Subject: Re: Transmeta's Crusoe as a host for neo-Lispm, or not?
From: Erik Naggum <>
Date: 2000/01/24
Newsgroups: comp.lang.lisp
Message-ID: <>

* Tim Bradshaw <>
| OK, from all this I get:
| 	We can design a lisp processor which will run Lisp about 5x as fast
| 	as a pentium will run C, at the same clock rate.  And if the market
| 	was equivalently large, this chip would cost about the same as a
| 	pentium.
| This is a conclusion that I find very uncomfortable indeed.  As far as I
| can see this means either that, in some deep sense, Lisp is a language
| which can be made to go much faster than C, or that in fact the pentium
| is a very poor `C machine', and much faster C machines could be designed.
| Neither option seems very likely to me.

  once upon a time, when ANSI C was fairly young and compilers for the
  language were new enough to be simple enough for me to understand, I
  spent a fair amount of time studying then-current processors and how they
  would optimally "represent" C.  it turns out that C was a good language
  back when PDP-11 was a good processor.  C has sucked since then, more and
  more so over the years.  today, C is probably the crappiest language you
  can possibly find, made worse only by its "improvement", C++.  neither
  has a snowball's chance in hell of being compiled into _optimal_ machine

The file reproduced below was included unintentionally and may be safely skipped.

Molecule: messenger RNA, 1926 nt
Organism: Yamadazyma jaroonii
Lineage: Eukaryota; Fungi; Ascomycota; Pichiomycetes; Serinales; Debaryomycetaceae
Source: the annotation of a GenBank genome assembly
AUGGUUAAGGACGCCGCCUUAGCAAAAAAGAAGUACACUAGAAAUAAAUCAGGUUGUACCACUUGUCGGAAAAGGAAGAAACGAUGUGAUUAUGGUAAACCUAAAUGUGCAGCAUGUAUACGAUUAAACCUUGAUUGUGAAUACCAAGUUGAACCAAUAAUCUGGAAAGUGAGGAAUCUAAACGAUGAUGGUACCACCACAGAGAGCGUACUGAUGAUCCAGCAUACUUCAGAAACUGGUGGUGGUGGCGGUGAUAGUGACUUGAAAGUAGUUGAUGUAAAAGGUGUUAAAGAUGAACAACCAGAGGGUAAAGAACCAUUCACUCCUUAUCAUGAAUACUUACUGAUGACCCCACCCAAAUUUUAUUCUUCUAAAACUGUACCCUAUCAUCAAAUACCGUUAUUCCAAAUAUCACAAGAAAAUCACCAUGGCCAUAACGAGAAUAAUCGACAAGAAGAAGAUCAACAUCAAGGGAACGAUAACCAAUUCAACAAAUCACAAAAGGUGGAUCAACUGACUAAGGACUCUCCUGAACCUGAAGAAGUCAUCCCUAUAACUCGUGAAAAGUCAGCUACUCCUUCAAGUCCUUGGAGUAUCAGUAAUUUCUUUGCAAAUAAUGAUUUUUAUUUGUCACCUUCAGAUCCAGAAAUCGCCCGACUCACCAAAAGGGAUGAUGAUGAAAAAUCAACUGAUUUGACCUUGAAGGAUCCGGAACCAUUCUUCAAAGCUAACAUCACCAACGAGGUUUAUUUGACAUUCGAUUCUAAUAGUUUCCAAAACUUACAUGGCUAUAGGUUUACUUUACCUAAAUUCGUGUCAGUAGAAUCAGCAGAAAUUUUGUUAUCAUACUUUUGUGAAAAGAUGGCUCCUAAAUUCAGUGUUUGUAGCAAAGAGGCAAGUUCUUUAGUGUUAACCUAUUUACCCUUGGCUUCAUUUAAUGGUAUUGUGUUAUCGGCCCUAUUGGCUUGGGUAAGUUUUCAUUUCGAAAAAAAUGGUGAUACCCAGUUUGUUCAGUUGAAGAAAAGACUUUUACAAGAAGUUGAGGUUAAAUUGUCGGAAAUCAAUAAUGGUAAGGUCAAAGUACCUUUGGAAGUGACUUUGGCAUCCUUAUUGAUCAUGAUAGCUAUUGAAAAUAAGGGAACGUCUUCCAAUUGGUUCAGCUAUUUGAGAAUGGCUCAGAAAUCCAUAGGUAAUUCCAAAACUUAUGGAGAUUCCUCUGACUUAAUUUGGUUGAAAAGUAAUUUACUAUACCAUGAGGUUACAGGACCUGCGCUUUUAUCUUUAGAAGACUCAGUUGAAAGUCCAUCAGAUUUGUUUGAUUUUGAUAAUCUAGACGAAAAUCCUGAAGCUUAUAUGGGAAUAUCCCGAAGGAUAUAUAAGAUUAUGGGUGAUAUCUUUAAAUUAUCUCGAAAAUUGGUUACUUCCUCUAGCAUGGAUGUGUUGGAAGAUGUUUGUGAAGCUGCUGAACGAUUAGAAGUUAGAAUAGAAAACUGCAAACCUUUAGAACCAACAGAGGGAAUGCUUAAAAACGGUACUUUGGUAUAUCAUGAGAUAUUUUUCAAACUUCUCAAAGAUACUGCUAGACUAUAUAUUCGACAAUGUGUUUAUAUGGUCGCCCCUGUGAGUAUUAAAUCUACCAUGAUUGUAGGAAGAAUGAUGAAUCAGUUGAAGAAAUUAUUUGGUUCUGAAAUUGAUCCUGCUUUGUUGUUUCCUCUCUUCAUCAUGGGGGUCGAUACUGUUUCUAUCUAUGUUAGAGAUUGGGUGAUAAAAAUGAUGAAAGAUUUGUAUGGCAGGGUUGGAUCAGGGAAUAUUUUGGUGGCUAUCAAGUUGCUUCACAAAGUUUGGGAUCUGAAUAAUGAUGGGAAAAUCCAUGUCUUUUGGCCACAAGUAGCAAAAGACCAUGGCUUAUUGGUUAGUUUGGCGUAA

code on modern processors.  the language itself is so low-level it tries
  to run on a "virtual" processor that only to the untraied eye looks like
  modern processors.

  I recently had the opportunity to study the Pentium III from the inside,
  and I was positively amazed by what the Intel guys have managed to hide
  behind that god-awful instruction set they have to be compatible with.
  it's good stuff, and it isn't being used because people are still stuck
  on the 386 and refuse to compile programs for 686s.

  if you actually _used_ the Pentium III architecture for Lisp, you'd truly
  run rings around C, but since Lisp vendors, too, tend to stay with what
  is likely to sell well, you can't ask people to upgrade to 600MHz PIIIs
  just to get that super performance over C when C is doing "adequately" on
  a 133MHz PPro.  this _actually_ means that the performance gain for C is
  much smaller than the performance gain for Lisp, it is taken to mean that
  the _processors_ wouldn't provide that much performance gain for Lisp,
  either, considering the mind-bogglingly uintelligent conflation of C with
  "optimal hardware performance".

  C and C++ are firmly stuck in the early 80's as far as processor design
  is concerned.  Common Lisp never was stuck anywhere in the first place,
  which means it has had a hard time sticking to something in particular,
  as well, but at least it has the uncommon ability to let go.

  the task of good programmers everywhere is to get rid of C, or, more
  precisely, the C mindset and the gravely mistaken notion that C is
  somehow "inherently efficient".